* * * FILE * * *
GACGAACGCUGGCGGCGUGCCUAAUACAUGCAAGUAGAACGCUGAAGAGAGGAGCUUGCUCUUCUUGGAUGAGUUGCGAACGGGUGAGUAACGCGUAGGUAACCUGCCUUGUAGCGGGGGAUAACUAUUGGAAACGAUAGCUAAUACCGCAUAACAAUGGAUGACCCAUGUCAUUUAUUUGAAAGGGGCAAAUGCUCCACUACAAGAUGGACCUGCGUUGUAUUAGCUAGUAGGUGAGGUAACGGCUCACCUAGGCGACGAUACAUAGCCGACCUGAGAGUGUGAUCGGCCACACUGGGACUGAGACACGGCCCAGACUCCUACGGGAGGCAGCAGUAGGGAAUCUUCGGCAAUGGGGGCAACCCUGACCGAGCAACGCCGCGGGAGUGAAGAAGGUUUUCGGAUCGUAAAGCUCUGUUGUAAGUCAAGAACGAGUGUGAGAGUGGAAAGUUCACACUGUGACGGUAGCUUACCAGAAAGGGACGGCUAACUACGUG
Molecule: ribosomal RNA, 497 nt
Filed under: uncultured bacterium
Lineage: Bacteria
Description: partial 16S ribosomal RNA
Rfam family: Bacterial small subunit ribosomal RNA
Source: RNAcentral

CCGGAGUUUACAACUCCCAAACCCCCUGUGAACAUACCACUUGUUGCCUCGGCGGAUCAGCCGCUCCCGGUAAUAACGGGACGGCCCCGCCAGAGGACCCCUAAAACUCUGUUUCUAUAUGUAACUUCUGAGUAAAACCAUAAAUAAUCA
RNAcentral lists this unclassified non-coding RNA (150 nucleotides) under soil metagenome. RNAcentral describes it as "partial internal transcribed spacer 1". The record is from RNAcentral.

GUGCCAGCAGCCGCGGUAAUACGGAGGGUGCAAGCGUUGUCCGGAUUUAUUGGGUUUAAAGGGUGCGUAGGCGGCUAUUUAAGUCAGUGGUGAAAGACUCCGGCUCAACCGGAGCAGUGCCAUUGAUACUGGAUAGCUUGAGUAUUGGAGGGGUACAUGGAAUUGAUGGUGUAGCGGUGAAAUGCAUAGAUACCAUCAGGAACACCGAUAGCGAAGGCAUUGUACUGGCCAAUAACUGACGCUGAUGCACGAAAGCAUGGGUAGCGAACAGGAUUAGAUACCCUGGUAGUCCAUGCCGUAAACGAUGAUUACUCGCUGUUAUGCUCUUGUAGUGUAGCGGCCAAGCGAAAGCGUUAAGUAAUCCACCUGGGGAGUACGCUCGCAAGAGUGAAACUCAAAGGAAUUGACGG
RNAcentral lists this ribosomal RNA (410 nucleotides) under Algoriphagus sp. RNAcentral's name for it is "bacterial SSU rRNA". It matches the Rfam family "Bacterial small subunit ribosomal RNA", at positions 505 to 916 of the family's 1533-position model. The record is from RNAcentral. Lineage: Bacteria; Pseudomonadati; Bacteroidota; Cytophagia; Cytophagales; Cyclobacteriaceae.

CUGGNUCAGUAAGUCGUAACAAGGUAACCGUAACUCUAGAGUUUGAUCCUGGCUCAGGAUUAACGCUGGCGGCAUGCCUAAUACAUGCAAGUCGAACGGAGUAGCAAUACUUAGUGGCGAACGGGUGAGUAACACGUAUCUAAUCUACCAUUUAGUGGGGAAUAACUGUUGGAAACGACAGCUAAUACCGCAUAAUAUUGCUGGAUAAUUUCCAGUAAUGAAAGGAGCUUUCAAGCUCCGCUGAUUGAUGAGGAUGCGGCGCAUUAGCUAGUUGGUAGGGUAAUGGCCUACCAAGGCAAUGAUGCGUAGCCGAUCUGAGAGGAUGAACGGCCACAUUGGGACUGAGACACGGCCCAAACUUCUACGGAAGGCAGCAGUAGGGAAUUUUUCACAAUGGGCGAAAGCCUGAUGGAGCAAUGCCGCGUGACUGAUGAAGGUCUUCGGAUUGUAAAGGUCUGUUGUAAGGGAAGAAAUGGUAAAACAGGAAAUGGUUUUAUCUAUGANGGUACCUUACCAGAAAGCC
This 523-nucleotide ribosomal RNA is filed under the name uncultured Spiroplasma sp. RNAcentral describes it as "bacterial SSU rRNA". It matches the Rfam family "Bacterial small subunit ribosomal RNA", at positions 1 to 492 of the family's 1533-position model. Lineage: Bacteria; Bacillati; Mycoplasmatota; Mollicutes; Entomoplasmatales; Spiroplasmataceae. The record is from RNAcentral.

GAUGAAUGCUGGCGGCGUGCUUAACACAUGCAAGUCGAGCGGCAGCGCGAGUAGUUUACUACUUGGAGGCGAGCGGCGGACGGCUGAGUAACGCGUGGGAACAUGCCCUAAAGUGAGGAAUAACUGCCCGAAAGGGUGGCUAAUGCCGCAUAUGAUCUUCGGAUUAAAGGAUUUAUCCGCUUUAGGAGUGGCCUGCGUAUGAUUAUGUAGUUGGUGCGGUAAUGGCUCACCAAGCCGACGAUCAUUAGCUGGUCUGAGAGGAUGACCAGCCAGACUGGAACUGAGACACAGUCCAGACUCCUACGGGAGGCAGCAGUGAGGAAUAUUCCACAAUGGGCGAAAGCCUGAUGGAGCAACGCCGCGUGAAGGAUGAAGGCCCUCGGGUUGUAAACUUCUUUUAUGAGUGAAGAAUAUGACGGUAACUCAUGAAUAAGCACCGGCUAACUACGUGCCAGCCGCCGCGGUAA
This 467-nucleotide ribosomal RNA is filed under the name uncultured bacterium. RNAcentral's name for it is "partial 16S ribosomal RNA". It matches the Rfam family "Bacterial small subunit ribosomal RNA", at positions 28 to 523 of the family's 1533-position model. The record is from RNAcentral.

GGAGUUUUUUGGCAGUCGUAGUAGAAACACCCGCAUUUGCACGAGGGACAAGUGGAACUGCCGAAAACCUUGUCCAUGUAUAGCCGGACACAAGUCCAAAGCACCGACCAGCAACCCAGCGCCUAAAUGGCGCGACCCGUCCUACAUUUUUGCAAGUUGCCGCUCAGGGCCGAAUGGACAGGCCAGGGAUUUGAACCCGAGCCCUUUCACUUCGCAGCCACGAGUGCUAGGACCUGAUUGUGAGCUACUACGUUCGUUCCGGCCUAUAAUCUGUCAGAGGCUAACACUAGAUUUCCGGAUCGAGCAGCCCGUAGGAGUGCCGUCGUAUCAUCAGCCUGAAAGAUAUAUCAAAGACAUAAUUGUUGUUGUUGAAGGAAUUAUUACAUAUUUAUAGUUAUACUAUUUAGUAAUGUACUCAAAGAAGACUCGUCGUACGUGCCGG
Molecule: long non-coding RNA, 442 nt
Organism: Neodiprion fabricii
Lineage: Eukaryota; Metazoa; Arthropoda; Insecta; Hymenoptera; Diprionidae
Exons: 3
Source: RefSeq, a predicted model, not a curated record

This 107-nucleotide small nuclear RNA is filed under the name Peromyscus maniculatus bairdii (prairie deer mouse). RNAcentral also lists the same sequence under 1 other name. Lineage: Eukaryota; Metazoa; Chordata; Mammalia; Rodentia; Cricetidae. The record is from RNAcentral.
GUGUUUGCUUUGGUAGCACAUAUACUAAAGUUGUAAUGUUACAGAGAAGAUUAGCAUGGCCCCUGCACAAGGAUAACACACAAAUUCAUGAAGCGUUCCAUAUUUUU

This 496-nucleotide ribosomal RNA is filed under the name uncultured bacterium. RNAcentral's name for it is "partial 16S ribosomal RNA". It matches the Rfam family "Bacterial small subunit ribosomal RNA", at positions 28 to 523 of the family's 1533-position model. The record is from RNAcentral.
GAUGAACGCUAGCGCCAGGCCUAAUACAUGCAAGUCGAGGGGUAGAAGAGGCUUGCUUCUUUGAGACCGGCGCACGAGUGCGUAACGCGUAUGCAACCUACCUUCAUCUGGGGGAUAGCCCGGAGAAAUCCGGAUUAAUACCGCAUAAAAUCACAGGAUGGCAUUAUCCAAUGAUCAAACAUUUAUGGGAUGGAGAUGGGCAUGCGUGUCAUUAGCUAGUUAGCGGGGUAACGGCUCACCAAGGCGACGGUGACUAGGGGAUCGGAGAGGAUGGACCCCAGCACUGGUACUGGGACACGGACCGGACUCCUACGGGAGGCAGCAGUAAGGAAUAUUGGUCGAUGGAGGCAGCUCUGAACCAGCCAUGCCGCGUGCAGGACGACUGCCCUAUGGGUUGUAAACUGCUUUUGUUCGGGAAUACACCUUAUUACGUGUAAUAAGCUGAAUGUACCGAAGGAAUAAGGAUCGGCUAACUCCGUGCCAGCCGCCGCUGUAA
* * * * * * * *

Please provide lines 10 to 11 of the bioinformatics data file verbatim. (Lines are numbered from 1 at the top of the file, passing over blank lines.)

GUGCCAGCAGCCGCGGUAAUACGGAGGGUGCAAGCGUUGUCCGGAUUUAUUGGGUUUAAAGGGUGCGUAGGCGGCUAUUUAAGUCAGUGGUGAAAGACUCCGGCUCAACCGGAGCAGUGCCAUUGAUACUGGAUAGCUUGAGUAUUGGAGGGGUACAUGGAAUUGAUGGUGUAGCGGUGAAAUGCAUAGAUACCAUCAGGAACACCGAUAGCGAAGGCAUUGUACUGGCCAAUAACUGACGCUGAUGCACGAAAGCAUGGGUAGCGAACAGGAUUAGAUACCCUGGUAGUCCAUGCCGUAAACGAUGAUUACUCGCUGUUAUGCUCUUGUAGUGUAGCGGCCAAGCGAAAGCGUUAAGUAAUCCACCUGGGGAGUACGCUCGCAAGAGUGAAACUCAAAGGAAUUGACGG
RNAcentral lists this ribosomal RNA (410 nucleotides) under Algoriphagus sp. RNAcentral's name for it is "bacterial SSU rRNA". It matches the Rfam family "Bacterial small subunit ribosomal RNA", at positions 505 to 916 of the family's 1533-position model. The record is from RNAcentral. Lineage: Bacteria; Pseudomonadati; Bacteroidota; Cytophagia; Cytophagales; Cyclobacteriaceae.